In your pitch, focus on how you can help your prospect lift conversion rates, and measure them successfully so they can show the rest of their team. This will help them to see their problem will be solved with a tailored solution.

2. Immerse yourself in their pain points

Prospects rarely make buying decisions based on facts. They’re much more likely to buy a product based on emotion, especially when it comes to closing B2B deals.

Here are a few stats from the CEB Marketing Leadership Council that bring this home:

  1. 48% of B2B customers say they have wanted to buy a new solution but haven’t spoken up for fear of risks
  2. 74% of B2B buyers see that brands will provide business value
  3. Personal value has twice as much impact as business value
  4. 69% of buyers who see a personal value will pay a higher price for a service

If you can position your product to give them personal value, it will be worth double the value to the prospect.

Aim to connect with your prospect about how they feel in their role, and weave your product into the conversation. The overall goal in doing this is to show them that you can help them shine in front of their colleagues (and their boss).

Let’s take the prospect with the marketing deal. He wants to increase conversions, but he also wants his Head of Marketing to get off his back. Talk to him about how your solution to his problem will not only solve his conversion problems, but how it’ll make him look like a hero in front of his boss, too.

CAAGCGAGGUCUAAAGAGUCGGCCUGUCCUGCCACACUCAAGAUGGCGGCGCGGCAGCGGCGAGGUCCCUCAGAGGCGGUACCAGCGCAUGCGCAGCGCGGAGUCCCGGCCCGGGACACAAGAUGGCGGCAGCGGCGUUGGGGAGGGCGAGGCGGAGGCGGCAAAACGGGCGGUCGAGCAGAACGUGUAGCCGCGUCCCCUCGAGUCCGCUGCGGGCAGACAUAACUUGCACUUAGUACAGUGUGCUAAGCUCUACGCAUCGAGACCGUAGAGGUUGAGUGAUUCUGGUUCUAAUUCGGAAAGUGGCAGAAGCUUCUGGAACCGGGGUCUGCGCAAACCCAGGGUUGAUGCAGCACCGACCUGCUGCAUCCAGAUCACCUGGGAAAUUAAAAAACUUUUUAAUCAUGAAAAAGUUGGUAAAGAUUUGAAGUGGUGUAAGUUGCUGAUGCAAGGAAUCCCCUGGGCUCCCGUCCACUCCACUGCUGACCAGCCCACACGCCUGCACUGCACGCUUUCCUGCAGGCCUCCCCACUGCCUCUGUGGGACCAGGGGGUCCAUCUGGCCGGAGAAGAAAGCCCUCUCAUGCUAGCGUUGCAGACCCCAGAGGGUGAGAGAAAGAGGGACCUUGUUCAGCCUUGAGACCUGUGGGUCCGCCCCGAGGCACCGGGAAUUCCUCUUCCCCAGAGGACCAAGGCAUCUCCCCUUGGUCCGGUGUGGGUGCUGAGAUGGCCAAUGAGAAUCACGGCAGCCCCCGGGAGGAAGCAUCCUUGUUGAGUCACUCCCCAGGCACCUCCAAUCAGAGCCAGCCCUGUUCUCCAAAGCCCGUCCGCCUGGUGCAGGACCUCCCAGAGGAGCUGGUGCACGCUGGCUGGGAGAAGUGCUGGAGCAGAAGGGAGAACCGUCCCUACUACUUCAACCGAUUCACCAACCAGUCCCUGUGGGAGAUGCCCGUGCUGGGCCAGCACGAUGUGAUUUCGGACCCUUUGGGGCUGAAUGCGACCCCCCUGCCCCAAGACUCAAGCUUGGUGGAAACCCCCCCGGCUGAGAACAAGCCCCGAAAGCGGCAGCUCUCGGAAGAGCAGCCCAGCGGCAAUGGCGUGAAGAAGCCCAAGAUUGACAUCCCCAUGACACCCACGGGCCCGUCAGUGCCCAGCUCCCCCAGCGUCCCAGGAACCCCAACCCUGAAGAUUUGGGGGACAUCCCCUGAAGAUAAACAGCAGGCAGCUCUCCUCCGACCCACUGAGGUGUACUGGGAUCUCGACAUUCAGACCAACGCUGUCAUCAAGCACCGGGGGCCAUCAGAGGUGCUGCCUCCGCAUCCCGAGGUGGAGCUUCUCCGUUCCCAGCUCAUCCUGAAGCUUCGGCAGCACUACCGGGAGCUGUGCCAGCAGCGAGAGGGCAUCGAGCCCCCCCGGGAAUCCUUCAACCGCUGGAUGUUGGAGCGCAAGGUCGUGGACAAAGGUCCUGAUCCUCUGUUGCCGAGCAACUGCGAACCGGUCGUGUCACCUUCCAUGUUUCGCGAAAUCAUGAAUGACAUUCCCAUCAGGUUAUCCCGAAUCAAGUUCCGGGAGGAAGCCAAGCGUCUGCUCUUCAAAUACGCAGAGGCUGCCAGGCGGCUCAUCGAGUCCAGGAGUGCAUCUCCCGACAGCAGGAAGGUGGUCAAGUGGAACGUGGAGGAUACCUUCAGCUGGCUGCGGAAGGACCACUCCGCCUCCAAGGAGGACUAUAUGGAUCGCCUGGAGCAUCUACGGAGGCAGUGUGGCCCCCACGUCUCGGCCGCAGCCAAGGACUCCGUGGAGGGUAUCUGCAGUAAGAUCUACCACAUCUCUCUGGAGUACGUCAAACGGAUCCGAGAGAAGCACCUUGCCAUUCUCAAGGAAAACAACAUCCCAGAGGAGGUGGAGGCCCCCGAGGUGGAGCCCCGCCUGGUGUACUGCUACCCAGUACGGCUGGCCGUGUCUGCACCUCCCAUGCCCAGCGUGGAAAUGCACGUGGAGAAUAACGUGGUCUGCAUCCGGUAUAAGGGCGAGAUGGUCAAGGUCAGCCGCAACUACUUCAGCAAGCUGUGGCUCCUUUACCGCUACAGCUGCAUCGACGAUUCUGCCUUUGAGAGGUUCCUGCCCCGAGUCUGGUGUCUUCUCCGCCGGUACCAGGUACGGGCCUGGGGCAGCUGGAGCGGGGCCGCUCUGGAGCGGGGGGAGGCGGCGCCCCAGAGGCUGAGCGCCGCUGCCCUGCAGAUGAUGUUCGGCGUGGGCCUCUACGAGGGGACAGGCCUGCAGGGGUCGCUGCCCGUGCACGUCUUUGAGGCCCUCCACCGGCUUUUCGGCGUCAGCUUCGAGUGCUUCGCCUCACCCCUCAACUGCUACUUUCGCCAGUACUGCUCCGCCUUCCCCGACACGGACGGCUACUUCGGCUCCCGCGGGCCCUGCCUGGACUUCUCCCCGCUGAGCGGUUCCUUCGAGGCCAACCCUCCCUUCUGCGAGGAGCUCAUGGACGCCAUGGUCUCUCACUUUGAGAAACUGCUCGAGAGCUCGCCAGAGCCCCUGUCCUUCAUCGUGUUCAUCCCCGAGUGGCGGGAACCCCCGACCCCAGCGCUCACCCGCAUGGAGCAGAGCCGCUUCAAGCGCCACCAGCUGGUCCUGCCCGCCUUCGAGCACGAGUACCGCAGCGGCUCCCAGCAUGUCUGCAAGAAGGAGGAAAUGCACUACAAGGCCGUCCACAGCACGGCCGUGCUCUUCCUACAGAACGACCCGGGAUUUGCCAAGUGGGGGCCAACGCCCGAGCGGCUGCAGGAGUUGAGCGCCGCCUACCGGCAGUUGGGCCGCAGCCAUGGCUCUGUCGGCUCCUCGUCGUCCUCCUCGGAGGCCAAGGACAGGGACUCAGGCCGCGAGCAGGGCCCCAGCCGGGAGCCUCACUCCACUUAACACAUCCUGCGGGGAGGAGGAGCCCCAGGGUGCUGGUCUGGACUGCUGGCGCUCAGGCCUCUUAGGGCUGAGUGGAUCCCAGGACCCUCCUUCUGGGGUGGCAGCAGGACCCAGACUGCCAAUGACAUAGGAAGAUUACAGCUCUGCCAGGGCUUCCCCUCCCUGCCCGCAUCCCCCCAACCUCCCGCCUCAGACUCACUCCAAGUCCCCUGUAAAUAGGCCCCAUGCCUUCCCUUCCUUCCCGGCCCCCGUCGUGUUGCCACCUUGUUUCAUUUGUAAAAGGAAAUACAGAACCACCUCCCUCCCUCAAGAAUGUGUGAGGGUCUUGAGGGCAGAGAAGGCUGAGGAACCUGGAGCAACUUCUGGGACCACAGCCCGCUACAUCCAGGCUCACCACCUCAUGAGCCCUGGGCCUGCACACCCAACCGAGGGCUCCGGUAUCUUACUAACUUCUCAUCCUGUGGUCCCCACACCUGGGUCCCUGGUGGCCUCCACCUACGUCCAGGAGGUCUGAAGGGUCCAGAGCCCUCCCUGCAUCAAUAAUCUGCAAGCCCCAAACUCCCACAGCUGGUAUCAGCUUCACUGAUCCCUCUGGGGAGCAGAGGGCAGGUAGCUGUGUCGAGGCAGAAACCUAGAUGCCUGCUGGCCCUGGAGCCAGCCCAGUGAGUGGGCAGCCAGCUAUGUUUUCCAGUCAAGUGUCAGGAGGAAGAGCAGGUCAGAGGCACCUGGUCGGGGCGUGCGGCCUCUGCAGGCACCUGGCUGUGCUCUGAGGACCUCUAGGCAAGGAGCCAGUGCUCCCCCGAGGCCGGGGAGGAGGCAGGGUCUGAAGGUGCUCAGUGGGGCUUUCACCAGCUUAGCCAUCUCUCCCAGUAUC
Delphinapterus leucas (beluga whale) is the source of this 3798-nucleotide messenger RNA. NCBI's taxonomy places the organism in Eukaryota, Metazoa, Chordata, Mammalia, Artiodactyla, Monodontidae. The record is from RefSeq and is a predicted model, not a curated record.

3. Show your product in action

This part of the plan is about putting the buying decision purely in your prospect’s hands. 

Closing a pitch shouldn’t be a case of rattling off a list of product or service features and crossing your fingers that your prospect will come on board. You need to give your prospects the chance to experience your solution themselves and then make a decision in their own time.

For example, to win over the prospect who wants to look good in front of his Head of Marketing, show him some results instead of just listing your product features.

Use a relevant case study that solved similar pain points, such as creating increased conversions and more website traffic. Present your evidence through screenshots or analytics charts to demonstrate you can solve the prospect’s pain point.

By doing your homework in the lead up to closing a deal, you’re more likely to hit a home run.

Five Principles Consultative Selling

The five principles of consultative selling: A real-world example

Let’s start off with a sales tale.

A few years ago, Lou Diamond, president and CEO of the salesperson development firm FOBIA, was conducting a workshop for some Merrill Lynch financial advisors.

The workshop’s objective was to help the advisors develop an effective consultative selling approach. During the role-playing part of the workshop (a strategy you can use to great effect in your own sales meetings), one of the advisors made a significant breakthrough.

This particular advisor was struggling to win the business of an elderly woman, whose husband recently died.

Although she was quite wealthy, she had never taken any steps to manage her finances. The advisor had met with the woman numerous times. He tried, again and again, to make her understand if she did not take action soon, her children would be left with a huge financial burden.

So Diamond asked the advisor to pretend one of his colleagues was the elderly woman and demo a conversation. The two went back and forth, and after failing to reason with his colleague, the advisor finally reached a boiling point, got to his feet, and said: “Don’t you see? I care more about your money than you do!”

“The whole room went, ‘Wow,’” Diamond said. “It was so powerful. He not only said it, he believed it.”

Developing an effective consultative selling approach relies on certain skills, techniques and best practices. But one defining characteristic of a good consultative seller is authenticity, a fact which Diamond reaffirmed that day at Merrill Lynch.